[SE sites don't really like "any other suggestions?" questions, but we can probably discuss specific design aspects for this specific project in order to make "good" answers. If this gets voted closed, so be it.]
This is definitely one of those designs where form follows function. If we want to consider this as serious fun, let's over-build a little library for fun and profit. Consider this one of those situations where any fun design will be in the details, and stick to the absolute basics for material and build.
This is basically a box, but one that has to withstand years unprotected by the elements. We can't even bury part of it in the ground and put trees around it to help. It's stuck on a pole or fence, and the openings have to satisfy how people want to use it, not how most of the wet will be driven in. So, it has to be simple, but it also has to take advantage of your material and design to minimize these major problems.
Think of this not as a little house, but a little garage or shed (or ridiculously overbuilt birdhouse). You do not need "rafters" because your roof just doesn't have that much mass. There is no way the walls will bow out because of a snow-load, for example. So, make an oversized roof to help protect the walls and the openings tied directly to the walls. Think about those house designs that we see in monsoon-prone areas.
We also don't have to worry about making anything airtight. In fact, like buildings that live through monsoons, we want as much air movement a possible.
Consider how water seeks any seam, collects and then seeks more seams. Reducing water ingress is actually a number of interconnected ideas:
- Slough off water as much as possible. Don't expose seams, and assume water will be driven in from all sorts of directions. Make sure you give it plenty of opportunity to drain full away.
- Assume water will enter, and allow for that ingress to drain off as well; we don't want overlapping seams, for example, but we also want water to drain out of places it has leaked into. Standing water is the enemy.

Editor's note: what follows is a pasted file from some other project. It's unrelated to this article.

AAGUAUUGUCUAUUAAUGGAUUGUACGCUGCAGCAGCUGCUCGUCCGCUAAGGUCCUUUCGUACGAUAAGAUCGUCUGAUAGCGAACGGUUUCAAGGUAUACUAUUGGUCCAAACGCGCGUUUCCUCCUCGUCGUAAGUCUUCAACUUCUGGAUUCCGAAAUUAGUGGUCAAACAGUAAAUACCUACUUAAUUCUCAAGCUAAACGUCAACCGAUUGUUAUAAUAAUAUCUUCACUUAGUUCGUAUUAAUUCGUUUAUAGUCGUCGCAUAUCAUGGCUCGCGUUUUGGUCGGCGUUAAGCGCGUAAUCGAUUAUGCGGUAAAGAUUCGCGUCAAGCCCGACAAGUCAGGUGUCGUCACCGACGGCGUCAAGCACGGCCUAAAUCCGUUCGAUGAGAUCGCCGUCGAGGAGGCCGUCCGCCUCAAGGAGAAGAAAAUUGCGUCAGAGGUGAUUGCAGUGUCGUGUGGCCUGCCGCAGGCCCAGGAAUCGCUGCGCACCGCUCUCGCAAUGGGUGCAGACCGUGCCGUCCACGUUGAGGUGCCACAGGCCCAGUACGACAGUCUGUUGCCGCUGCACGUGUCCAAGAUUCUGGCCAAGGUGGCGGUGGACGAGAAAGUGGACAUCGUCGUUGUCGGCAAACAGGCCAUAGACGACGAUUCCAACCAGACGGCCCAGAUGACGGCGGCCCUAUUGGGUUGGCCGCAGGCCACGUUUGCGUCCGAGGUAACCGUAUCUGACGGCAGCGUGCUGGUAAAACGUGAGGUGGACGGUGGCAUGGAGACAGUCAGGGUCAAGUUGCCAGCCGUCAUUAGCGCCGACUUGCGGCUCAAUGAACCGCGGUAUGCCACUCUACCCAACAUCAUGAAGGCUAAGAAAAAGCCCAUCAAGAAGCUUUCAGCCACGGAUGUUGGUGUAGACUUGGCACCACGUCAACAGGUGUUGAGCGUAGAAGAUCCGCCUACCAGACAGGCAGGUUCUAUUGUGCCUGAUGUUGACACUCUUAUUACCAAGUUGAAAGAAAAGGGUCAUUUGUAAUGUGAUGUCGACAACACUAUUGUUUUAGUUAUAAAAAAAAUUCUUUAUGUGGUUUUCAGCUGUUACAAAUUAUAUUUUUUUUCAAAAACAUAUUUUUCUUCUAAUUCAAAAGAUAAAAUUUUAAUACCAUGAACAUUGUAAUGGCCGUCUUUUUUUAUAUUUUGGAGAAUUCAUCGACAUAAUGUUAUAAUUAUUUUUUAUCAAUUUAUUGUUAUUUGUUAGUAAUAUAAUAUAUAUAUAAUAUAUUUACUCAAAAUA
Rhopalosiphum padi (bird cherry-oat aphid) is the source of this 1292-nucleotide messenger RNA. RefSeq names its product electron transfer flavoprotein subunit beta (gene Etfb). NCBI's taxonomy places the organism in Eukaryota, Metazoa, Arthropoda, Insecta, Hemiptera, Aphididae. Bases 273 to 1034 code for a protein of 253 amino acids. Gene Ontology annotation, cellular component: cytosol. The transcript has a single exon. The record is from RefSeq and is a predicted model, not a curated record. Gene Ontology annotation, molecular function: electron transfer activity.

- Make sure openings (i.e. any cute doors you design) have simple drip-edges and ways for driven moisture to drain out the bottom and to the outside. Butt-join doors on little libraries always leak into the main area!
- Assume water will enter the main "living area", and the contents might get damp. Don't let the contents sit in damp, and give it space to breathe and dry out.
With all this in mind:
- Oversized high-pitch roof to protect walls and openings. Roof doesn't expose a seam at the apex, but rather uses two or more layers so seams are staggered. Make sure moisture can run along the layers to the outside edges.
- For air flow I'd design in soffits (really!) to let heat and moisture escape. See the bullet point about pest control, though.
- Don't bother with a ceiling or rafters. We want this airy with lots of space to the roof-line. It's not like we are going to blow insulation into the attic, so creating an attic space is useless.
- Main area should actually have a floor and sub-floor. I'd consider staggered drain holes in the floors directly to the outside bottom, and slope the floor for complete drainage. Standing water is the enemy here.
- Doors and openings should include drip edges and allow drainage to the outside. If there is no door (because little doors always sag and become unusable) I'd bring the roof out, and/or design a little porch to protect the opening.
- For material I'd definitely spring for pressure treated lumber for the main build, and get some scraps of prettier weather resistant stuff for the outside (e.g., Western Red Cedar if you live in the Americas). Or stick to PTL for the finish as well. (If you want to use regular lumber and good paint, you'll be repainting it regularly. Just saying.)
- Don't forget about pests and mold. Any library in a temperate zone is going to eventually attract arthropod pests and allow for fungal growth. The former can be somewhat alleviated by the use of screens and sealing seams (this is where pest control and moisture control overlap). You might want to manage fungal growth with the appropriate finish on the inside.
And that's one way to over-engineer a little library.